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opened an office for the practice of medicine and surgery in Haverhill, which proved to him a life settlement, as he remained there until his death.

A notice of him appeared in a medical journal, a quotation from which is here inserted : "Nature had bestowed her favors upon him with a liberal hand. She had given him a large and well-developed physical frame, a fine form and commanding appearance. He was also endowed with high mental qualities, quick perception, retentive memory, an ardent love of truth, and every social quality. He did not neglect his talents. By observation, study and experience, he cultivated his intellectual powers, and acquired a fund of knowledge and strength of judgment which fitted him for that high position which he attained as a citizen and physician.”

He took elevated rank in his profession and his death was considered an irreparable loss by those families whose medical counsellor he had been for almost half a century. There is a singular coincidence in his history,—his first patient was also his last. His last professional visit occurred but a few days before his own death.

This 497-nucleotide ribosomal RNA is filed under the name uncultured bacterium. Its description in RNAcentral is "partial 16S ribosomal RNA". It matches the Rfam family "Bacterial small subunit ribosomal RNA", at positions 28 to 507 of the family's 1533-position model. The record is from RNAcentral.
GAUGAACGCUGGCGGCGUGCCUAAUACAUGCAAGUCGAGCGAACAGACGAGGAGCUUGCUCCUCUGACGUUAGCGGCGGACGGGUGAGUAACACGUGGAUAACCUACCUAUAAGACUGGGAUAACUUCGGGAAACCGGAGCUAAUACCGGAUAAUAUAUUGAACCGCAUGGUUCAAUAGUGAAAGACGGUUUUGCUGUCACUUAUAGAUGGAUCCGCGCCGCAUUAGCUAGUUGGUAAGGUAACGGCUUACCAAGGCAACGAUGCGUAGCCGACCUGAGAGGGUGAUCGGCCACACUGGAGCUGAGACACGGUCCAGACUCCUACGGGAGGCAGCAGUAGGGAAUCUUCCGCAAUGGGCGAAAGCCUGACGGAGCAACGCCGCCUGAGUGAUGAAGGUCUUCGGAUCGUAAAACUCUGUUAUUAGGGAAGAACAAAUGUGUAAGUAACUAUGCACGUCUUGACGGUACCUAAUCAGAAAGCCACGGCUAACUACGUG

As a citizen he took a lively interest in the affairs of the town, and an active part in everything pertaining to its general welfare and prosperity. He was a member of several corporate bodies, and was distinguished for his business ability. For many years he was president of the institution for savings, as he was also president of the Merrimac Bank at the time of his decease. The heads of these institutions, together with the members of the Masonic fraternity—with which he was also connected—followed his remains to their final resting-place. He died March 12, 1855.


Burying-Ground Training-Field — New Cemetery

Hearses— Town TombsRecord of Deaths.

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All considerate persons seem to regard the ground which holds the dust of departed friends, and the place where their own mortal remains are expected to moulder, as next in sacredness to the spot on which stands their altar of religious worship. Hence it was almost universally common with the early settlers of New England, to lay out their cemeteries for the dead in as close contiguity with their churches as circumstances would permit. This custom, so adverse to modern taste, was adopted by the early settlers of Shirley.